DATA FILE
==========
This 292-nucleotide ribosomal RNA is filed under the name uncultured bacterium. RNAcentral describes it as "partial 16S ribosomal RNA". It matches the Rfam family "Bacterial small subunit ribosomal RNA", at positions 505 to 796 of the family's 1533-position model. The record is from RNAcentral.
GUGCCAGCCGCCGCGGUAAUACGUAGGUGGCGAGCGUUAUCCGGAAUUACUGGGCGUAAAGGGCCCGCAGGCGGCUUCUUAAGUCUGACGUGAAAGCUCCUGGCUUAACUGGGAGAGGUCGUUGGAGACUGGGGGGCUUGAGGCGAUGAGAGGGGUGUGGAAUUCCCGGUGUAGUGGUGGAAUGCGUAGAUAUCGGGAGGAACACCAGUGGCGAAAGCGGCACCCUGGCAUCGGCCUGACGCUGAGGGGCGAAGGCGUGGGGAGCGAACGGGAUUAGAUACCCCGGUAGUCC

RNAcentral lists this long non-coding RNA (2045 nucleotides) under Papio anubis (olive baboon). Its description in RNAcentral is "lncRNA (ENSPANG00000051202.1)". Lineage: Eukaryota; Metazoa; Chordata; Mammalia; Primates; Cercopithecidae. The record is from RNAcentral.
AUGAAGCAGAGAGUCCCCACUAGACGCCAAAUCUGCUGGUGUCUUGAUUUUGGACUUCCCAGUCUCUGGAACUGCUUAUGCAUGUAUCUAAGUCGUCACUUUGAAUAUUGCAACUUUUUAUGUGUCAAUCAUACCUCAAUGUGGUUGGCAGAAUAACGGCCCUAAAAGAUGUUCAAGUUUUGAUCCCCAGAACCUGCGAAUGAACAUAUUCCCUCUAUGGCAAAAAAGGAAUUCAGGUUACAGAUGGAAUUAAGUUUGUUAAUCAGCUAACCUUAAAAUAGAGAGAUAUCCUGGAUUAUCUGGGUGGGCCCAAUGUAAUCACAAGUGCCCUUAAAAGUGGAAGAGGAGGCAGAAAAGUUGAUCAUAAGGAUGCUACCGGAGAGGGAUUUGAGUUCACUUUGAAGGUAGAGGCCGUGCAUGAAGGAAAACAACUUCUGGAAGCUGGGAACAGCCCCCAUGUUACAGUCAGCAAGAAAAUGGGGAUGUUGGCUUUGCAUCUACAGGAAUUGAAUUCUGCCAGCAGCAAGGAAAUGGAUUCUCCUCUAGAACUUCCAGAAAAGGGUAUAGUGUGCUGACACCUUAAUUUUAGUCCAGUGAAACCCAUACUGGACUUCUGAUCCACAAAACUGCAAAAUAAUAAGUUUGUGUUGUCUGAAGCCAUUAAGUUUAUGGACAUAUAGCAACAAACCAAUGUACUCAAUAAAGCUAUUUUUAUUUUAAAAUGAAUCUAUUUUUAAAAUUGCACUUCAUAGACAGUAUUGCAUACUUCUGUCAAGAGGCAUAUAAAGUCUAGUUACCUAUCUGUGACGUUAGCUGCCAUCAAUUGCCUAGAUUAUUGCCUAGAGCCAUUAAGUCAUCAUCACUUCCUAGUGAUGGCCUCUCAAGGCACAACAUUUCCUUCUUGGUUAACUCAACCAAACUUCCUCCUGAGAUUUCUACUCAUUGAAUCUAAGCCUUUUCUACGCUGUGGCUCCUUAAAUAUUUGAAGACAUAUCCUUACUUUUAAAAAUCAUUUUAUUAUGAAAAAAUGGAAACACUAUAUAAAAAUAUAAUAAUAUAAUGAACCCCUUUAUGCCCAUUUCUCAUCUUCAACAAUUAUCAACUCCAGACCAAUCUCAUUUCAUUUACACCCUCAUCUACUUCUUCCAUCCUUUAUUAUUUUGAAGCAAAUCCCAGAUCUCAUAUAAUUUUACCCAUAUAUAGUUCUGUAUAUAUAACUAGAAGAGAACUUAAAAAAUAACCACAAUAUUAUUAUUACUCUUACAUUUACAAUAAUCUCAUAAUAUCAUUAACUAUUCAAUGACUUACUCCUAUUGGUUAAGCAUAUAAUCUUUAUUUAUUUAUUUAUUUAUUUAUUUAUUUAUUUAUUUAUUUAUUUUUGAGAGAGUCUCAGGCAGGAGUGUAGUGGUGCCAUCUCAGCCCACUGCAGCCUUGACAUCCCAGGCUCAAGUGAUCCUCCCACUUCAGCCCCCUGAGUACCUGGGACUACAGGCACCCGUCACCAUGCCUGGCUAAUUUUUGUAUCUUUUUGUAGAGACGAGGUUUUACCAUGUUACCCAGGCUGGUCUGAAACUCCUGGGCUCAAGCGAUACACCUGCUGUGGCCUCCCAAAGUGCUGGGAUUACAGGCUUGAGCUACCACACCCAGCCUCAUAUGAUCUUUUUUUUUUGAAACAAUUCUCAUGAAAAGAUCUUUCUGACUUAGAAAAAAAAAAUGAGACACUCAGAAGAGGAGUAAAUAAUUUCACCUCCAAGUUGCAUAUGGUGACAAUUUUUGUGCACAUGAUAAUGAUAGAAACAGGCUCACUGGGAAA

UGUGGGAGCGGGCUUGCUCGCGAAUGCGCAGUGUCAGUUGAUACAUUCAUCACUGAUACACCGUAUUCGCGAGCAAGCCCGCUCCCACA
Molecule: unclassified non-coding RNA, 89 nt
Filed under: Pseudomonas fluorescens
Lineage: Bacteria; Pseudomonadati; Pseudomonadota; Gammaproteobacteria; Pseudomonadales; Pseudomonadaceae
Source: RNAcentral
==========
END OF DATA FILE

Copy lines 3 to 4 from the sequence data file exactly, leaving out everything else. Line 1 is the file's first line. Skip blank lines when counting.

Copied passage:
RNAcentral lists this long non-coding RNA (2045 nucleotides) under Papio anubis (olive baboon). Its description in RNAcentral is "lncRNA (ENSPANG00000051202.1)". Lineage: Eukaryota; Metazoa; Chordata; Mammalia; Primates; Cercopithecidae. The record is from RNAcentral.
AUGAAGCAGAGAGUCCCCACUAGACGCCAAAUCUGCUGGUGUCUUGAUUUUGGACUUCCCAGUCUCUGGAACUGCUUAUGCAUGUAUCUAAGUCGUCACUUUGAAUAUUGCAACUUUUUAUGUGUCAAUCAUACCUCAAUGUGGUUGGCAGAAUAACGGCCCUAAAAGAUGUUCAAGUUUUGAUCCCCAGAACCUGCGAAUGAACAUAUUCCCUCUAUGGCAAAAAAGGAAUUCAGGUUACAGAUGGAAUUAAGUUUGUUAAUCAGCUAACCUUAAAAUAGAGAGAUAUCCUGGAUUAUCUGGGUGGGCCCAAUGUAAUCACAAGUGCCCUUAAAAGUGGAAGAGGAGGCAGAAAAGUUGAUCAUAAGGAUGCUACCGGAGAGGGAUUUGAGUUCACUUUGAAGGUAGAGGCCGUGCAUGAAGGAAAACAACUUCUGGAAGCUGGGAACAGCCCCCAUGUUACAGUCAGCAAGAAAAUGGGGAUGUUGGCUUUGCAUCUACAGGAAUUGAAUUCUGCCAGCAGCAAGGAAAUGGAUUCUCCUCUAGAACUUCCAGAAAAGGGUAUAGUGUGCUGACACCUUAAUUUUAGUCCAGUGAAACCCAUACUGGACUUCUGAUCCACAAAACUGCAAAAUAAUAAGUUUGUGUUGUCUGAAGCCAUUAAGUUUAUGGACAUAUAGCAACAAACCAAUGUACUCAAUAAAGCUAUUUUUAUUUUAAAAUGAAUCUAUUUUUAAAAUUGCACUUCAUAGACAGUAUUGCAUACUUCUGUCAAGAGGCAUAUAAAGUCUAGUUACCUAUCUGUGACGUUAGCUGCCAUCAAUUGCCUAGAUUAUUGCCUAGAGCCAUUAAGUCAUCAUCACUUCCUAGUGAUGGCCUCUCAAGGCACAACAUUUCCUUCUUGGUUAACUCAACCAAACUUCCUCCUGAGAUUUCUACUCAUUGAAUCUAAGCCUUUUCUACGCUGUGGCUCCUUAAAUAUUUGAAGACAUAUCCUUACUUUUAAAAAUCAUUUUAUUAUGAAAAAAUGGAAACACUAUAUAAAAAUAUAAUAAUAUAAUGAACCCCUUUAUGCCCAUUUCUCAUCUUCAACAAUUAUCAACUCCAGACCAAUCUCAUUUCAUUUACACCCUCAUCUACUUCUUCCAUCCUUUAUUAUUUUGAAGCAAAUCCCAGAUCUCAUAUAAUUUUACCCAUAUAUAGUUCUGUAUAUAUAACUAGAAGAGAACUUAAAAAAUAACCACAAUAUUAUUAUUACUCUUACAUUUACAAUAAUCUCAUAAUAUCAUUAACUAUUCAAUGACUUACUCCUAUUGGUUAAGCAUAUAAUCUUUAUUUAUUUAUUUAUUUAUUUAUUUAUUUAUUUAUUUAUUUAUUUUUGAGAGAGUCUCAGGCAGGAGUGUAGUGGUGCCAUCUCAGCCCACUGCAGCCUUGACAUCCCAGGCUCAAGUGAUCCUCCCACUUCAGCCCCCUGAGUACCUGGGACUACAGGCACCCGUCACCAUGCCUGGCUAAUUUUUGUAUCUUUUUGUAGAGACGAGGUUUUACCAUGUUACCCAGGCUGGUCUGAAACUCCUGGGCUCAAGCGAUACACCUGCUGUGGCCUCCCAAAGUGCUGGGAUUACAGGCUUGAGCUACCACACCCAGCCUCAUAUGAUCUUUUUUUUUUGAAACAAUUCUCAUGAAAAGAUCUUUCUGACUUAGAAAAAAAAAAUGAGACACUCAGAAGAGGAGUAAAUAAUUUCACCUCCAAGUUGCAUAUGGUGACAAUUUUUGUGCACAUGAUAAUGAUAGAAACAGGCUCACUGGGAAA